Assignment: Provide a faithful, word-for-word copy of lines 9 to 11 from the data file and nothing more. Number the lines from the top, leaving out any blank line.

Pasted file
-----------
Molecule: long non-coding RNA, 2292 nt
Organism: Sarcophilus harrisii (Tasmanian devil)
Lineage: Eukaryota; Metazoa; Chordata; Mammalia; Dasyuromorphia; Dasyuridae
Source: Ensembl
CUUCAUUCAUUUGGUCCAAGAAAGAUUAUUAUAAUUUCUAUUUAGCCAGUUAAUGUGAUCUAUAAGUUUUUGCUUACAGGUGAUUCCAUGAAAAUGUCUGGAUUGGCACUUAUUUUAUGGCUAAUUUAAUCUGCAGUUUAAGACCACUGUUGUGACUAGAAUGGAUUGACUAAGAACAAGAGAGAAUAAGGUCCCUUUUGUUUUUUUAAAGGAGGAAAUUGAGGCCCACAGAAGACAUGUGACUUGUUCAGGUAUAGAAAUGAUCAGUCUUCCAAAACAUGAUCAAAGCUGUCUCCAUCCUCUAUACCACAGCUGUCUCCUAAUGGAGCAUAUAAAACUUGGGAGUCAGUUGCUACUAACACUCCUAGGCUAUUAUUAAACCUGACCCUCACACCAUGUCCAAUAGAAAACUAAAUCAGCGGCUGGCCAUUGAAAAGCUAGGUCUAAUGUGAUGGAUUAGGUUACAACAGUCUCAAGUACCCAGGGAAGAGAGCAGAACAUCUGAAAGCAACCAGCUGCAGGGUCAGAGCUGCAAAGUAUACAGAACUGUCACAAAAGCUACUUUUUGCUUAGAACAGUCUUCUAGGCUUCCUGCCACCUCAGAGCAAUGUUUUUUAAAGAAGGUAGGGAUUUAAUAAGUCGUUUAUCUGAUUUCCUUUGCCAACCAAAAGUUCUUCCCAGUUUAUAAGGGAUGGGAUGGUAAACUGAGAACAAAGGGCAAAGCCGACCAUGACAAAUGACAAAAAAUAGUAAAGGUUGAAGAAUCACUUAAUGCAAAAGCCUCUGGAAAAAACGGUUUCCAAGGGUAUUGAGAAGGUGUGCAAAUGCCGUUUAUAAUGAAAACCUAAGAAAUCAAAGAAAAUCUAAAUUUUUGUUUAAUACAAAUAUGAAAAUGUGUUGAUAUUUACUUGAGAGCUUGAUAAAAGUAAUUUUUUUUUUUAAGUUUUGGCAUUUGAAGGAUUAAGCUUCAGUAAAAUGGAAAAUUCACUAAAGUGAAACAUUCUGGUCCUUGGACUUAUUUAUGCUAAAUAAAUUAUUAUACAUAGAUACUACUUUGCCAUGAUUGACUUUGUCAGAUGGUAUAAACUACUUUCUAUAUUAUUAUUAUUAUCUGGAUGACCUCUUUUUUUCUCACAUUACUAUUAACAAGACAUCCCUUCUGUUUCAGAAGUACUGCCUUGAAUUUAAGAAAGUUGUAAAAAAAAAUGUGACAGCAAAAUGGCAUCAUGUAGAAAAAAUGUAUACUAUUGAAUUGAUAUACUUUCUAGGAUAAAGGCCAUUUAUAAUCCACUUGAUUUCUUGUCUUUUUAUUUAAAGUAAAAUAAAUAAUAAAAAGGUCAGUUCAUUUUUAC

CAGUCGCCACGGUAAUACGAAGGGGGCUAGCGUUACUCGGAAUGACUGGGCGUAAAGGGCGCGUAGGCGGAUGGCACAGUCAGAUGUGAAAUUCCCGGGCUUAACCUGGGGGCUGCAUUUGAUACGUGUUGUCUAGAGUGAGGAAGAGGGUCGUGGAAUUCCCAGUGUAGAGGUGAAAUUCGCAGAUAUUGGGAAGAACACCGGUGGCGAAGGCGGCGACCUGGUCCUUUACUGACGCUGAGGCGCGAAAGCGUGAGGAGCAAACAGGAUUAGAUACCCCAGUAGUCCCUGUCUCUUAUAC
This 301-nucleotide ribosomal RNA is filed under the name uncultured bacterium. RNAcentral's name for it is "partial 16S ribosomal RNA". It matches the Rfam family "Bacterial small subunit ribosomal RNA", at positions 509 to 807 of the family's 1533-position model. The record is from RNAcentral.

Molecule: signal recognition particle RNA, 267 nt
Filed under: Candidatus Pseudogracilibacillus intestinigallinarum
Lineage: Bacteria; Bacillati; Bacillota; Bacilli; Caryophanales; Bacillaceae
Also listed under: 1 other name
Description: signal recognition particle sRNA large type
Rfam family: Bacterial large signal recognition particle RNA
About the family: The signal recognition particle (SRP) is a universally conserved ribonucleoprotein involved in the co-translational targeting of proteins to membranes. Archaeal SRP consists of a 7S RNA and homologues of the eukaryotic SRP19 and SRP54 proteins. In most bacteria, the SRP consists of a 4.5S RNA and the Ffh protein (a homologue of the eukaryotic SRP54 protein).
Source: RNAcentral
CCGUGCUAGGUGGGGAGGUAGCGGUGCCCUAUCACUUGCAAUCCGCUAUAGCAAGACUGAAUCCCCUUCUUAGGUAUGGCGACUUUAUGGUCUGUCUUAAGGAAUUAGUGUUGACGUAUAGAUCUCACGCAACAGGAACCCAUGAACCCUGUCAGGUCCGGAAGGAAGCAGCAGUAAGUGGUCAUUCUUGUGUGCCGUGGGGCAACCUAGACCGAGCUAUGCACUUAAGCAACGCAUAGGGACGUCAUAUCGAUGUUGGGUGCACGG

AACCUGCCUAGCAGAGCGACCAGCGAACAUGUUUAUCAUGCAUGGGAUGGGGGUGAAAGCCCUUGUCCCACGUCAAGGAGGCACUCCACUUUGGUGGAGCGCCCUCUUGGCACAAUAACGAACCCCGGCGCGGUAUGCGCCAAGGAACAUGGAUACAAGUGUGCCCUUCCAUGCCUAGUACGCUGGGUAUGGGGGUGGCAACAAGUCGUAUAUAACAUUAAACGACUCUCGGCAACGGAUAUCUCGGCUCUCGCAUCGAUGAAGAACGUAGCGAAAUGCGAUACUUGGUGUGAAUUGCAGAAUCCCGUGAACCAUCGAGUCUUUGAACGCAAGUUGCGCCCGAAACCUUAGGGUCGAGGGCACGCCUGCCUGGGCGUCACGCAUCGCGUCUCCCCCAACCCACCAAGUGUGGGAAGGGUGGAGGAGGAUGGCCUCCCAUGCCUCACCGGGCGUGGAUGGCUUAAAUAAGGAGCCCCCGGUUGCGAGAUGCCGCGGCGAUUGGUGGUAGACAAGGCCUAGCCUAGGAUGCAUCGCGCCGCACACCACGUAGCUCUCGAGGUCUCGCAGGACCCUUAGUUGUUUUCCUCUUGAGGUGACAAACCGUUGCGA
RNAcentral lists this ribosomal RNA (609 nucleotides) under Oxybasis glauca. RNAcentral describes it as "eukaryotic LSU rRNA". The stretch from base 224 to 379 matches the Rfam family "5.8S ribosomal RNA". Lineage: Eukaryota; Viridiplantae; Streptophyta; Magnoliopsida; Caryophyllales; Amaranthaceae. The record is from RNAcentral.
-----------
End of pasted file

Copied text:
Filed under: Candidatus Pseudogracilibacillus intestinigallinarum
Lineage: Bacteria; Bacillati; Bacillota; Bacilli; Caryophanales; Bacillaceae
Also listed under: 1 other name